A rise in interest rates may not be such a bad thing after all
Productivity is increasing, gross domestic product is up, employment levels are higher, inflation is low, stocks are hitting record highs - and savings rates are negative. Despite the positive news on the other five fronts, the fact that people are not saving is cause for concern.
The savings rate is one of those economic variables that is not measured directly, even tough analysts talk about it as if it were. It's actually a residual calculation: disposable income minus purchases and debt payments. So we better be able to measure disposable income, consumption, and debt accurately.
We have pretty reliable ways to measure income and consumption, but debt is another matter. The difficulty lies not in calculation, but in understanding the nature of a specific debt. Debt has a very different impact on the economy when you're talking about home mortgages than when you're talking about money someone borrows to pay for goods and services that someone really can't afford. When debt is used to support "discretionary" consumption, there are limits to how high it can go and still be supported by earned income. When that debt level is reached, consumption - and all the transportation activities related to it - will decline.
Historically, debt-to-income ratios of 15% or lower have been considered acceptable. But this may not be the case today. Increasingly, debt - rather than cash - is being used for day-to-day purchases. Debt-income ratios are currently over 20% - and rising. We're bound to hit the "unacceptable" level before long.
Some purchases are clearly being supported by unearned income derived from the sale of stocks and bonds. The increased value of stocks during the past two years has certainly added to the income stream. But as recent market conditions have shown, people can't rely on it; they have to rely on earned wages. If we want to sustain recent consumption levels, we'll have to increase wages at twice the rate of inflation. But since this would increase inflation, it's not such a good idea.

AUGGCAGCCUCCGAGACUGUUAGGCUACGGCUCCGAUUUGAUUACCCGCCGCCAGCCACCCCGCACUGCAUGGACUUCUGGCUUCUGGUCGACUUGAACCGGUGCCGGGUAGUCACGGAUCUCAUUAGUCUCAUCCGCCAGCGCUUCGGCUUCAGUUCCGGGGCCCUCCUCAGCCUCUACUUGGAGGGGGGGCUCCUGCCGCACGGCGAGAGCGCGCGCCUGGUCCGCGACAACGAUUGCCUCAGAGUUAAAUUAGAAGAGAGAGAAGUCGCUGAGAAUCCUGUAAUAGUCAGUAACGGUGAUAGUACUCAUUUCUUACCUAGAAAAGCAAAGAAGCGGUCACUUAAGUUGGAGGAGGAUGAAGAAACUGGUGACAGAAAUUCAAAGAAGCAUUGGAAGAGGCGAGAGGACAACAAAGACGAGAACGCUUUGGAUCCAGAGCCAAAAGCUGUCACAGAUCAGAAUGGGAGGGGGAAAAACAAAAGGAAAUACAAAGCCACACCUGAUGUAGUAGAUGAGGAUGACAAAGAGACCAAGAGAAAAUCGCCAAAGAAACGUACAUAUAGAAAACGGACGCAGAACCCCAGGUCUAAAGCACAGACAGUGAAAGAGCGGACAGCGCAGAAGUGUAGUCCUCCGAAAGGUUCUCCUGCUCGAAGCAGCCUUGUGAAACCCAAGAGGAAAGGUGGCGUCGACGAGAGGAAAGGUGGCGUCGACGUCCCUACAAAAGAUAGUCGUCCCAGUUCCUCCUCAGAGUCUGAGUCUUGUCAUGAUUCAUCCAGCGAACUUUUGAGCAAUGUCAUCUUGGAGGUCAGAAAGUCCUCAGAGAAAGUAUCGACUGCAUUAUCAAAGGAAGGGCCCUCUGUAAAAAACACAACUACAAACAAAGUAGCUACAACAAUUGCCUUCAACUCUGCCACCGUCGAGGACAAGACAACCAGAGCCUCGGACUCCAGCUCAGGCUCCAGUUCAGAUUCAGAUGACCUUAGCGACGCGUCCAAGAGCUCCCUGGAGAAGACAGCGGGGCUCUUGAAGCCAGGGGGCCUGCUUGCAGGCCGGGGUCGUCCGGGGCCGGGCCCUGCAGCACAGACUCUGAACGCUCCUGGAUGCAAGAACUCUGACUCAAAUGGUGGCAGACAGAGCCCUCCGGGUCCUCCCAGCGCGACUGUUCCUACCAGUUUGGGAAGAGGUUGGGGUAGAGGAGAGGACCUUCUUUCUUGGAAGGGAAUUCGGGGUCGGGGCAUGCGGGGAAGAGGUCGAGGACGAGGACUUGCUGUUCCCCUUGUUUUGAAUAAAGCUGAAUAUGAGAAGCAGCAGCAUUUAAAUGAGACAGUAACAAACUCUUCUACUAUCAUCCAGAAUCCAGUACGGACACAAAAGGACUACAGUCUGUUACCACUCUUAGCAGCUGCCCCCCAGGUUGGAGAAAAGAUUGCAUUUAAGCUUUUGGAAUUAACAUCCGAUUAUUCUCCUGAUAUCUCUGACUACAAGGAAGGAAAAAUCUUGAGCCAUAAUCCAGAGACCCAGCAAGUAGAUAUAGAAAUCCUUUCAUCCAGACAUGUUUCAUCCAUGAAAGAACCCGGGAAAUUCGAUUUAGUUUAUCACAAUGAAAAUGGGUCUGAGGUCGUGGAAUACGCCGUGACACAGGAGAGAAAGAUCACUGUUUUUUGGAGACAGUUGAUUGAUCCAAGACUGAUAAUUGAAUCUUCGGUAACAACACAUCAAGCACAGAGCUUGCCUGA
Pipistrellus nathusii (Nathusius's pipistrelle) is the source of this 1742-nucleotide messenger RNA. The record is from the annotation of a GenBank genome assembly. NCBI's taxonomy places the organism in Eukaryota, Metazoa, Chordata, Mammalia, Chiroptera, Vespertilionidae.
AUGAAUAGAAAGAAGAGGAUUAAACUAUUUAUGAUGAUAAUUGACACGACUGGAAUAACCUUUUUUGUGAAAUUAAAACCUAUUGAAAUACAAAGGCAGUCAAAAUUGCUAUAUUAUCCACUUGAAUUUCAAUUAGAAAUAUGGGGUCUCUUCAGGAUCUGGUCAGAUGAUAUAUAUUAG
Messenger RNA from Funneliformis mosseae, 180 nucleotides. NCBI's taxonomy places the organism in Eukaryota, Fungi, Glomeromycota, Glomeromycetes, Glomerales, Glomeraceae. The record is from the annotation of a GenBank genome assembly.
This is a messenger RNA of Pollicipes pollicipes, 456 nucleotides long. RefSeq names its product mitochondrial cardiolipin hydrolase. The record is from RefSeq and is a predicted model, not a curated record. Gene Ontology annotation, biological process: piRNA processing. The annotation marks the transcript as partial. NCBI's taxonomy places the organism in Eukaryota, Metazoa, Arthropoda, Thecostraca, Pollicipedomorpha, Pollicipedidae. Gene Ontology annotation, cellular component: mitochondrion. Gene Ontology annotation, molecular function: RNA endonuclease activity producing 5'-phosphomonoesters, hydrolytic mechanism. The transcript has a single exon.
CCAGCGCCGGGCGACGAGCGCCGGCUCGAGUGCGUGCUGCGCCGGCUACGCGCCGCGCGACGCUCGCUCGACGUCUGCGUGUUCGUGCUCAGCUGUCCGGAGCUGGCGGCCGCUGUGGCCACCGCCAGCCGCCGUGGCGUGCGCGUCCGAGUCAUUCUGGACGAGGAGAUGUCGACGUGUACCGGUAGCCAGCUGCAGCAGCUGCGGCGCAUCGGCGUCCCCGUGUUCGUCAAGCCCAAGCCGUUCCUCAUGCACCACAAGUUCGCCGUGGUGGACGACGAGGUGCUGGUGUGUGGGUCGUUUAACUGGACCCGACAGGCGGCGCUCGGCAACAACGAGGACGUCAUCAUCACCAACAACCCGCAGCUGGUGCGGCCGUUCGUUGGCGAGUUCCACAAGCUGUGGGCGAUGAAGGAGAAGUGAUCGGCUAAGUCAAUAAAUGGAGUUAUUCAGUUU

Which brings us back to why a "negative" savings rate is really the Achilles' heel of recent economic growth. If debt becomes too expensive, the rate of consumption will slow. And if this happens, earnings will decrease - and with them the income stream from stocks and dividends. But we don't know how quickly the change will take place, and which sectors of the economy will bear the brunt of such a slowdown.
So far, the Federal Reserve has managed to hold down inflation while providing enough liquidity for sustained growth. But consumers are testing the limits of this policy. If a substantial increase in interest rates becomes necessary, all payments tied to short-term rates will go up, reducing disposable income.
An increase in short-term rates will eventually be followed by a rise in long-term rates. More stringent credit requirements will mean less capital available for the kind of investments we need to sustain economic growth. Moves to institute rules that reduce the availability of credit to individuals, primarily students who don't have steady jobs, will reduce the pain of uncontrolled short-term consumption among those who really can't afford it. But it also reduces some of the purchases that fuel the economy.
While this might seem like a negative scenario, in the long run it really isn't. A modest decline in the growth rate takes pressure off employment levels and the demand for investment funds. It may even lead to higher profit margins if we no longer have to work overtime to expedite customer support, or suffer quality declines that occur when output is maximized and quality assurance is strained. A little breathing room may be just what we need to get profit margins in better shape.